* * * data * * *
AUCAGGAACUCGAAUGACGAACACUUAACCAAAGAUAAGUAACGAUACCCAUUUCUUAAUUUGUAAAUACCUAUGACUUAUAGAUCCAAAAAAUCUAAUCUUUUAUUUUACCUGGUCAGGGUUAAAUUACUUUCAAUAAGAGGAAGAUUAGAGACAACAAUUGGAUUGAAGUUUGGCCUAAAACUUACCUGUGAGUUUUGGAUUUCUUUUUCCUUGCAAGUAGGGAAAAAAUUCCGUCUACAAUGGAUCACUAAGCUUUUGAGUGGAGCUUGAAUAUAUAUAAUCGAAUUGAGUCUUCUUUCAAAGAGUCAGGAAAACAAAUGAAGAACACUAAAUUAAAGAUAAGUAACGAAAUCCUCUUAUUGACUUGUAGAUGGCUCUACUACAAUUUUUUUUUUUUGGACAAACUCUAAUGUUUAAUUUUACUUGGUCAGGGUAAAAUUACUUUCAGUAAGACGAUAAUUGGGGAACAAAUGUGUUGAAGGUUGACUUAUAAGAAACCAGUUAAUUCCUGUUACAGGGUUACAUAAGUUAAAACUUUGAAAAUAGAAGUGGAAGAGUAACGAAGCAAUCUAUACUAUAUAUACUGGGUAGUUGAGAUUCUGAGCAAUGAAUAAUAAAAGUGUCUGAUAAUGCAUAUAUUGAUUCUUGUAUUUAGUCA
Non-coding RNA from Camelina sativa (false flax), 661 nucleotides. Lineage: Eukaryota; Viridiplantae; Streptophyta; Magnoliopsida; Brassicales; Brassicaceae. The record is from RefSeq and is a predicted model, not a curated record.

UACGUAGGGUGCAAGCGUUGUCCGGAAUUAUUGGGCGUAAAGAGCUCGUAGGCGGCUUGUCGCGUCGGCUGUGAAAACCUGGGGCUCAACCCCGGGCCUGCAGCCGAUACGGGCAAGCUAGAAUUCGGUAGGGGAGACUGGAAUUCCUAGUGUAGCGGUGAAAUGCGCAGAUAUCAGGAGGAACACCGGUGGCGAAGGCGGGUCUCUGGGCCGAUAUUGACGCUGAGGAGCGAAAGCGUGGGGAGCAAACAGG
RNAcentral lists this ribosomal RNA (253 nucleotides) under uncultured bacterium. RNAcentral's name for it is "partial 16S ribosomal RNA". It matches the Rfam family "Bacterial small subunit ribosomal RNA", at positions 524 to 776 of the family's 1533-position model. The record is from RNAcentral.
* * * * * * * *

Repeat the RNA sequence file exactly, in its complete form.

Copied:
AUCAGGAACUCGAAUGACGAACACUUAACCAAAGAUAAGUAACGAUACCCAUUUCUUAAUUUGUAAAUACCUAUGACUUAUAGAUCCAAAAAAUCUAAUCUUUUAUUUUACCUGGUCAGGGUUAAAUUACUUUCAAUAAGAGGAAGAUUAGAGACAACAAUUGGAUUGAAGUUUGGCCUAAAACUUACCUGUGAGUUUUGGAUUUCUUUUUCCUUGCAAGUAGGGAAAAAAUUCCGUCUACAAUGGAUCACUAAGCUUUUGAGUGGAGCUUGAAUAUAUAUAAUCGAAUUGAGUCUUCUUUCAAAGAGUCAGGAAAACAAAUGAAGAACACUAAAUUAAAGAUAAGUAACGAAAUCCUCUUAUUGACUUGUAGAUGGCUCUACUACAAUUUUUUUUUUUUGGACAAACUCUAAUGUUUAAUUUUACUUGGUCAGGGUAAAAUUACUUUCAGUAAGACGAUAAUUGGGGAACAAAUGUGUUGAAGGUUGACUUAUAAGAAACCAGUUAAUUCCUGUUACAGGGUUACAUAAGUUAAAACUUUGAAAAUAGAAGUGGAAGAGUAACGAAGCAAUCUAUACUAUAUAUACUGGGUAGUUGAGAUUCUGAGCAAUGAAUAAUAAAAGUGUCUGAUAAUGCAUAUAUUGAUUCUUGUAUUUAGUCA
Non-coding RNA from Camelina sativa (false flax), 661 nucleotides. Lineage: Eukaryota; Viridiplantae; Streptophyta; Magnoliopsida; Brassicales; Brassicaceae. The record is from RefSeq and is a predicted model, not a curated record.

UACGUAGGGUGCAAGCGUUGUCCGGAAUUAUUGGGCGUAAAGAGCUCGUAGGCGGCUUGUCGCGUCGGCUGUGAAAACCUGGGGCUCAACCCCGGGCCUGCAGCCGAUACGGGCAAGCUAGAAUUCGGUAGGGGAGACUGGAAUUCCUAGUGUAGCGGUGAAAUGCGCAGAUAUCAGGAGGAACACCGGUGGCGAAGGCGGGUCUCUGGGCCGAUAUUGACGCUGAGGAGCGAAAGCGUGGGGAGCAAACAGG
RNAcentral lists this ribosomal RNA (253 nucleotides) under uncultured bacterium. RNAcentral's name for it is "partial 16S ribosomal RNA". It matches the Rfam family "Bacterial small subunit ribosomal RNA", at positions 524 to 776 of the family's 1533-position model. The record is from RNAcentral.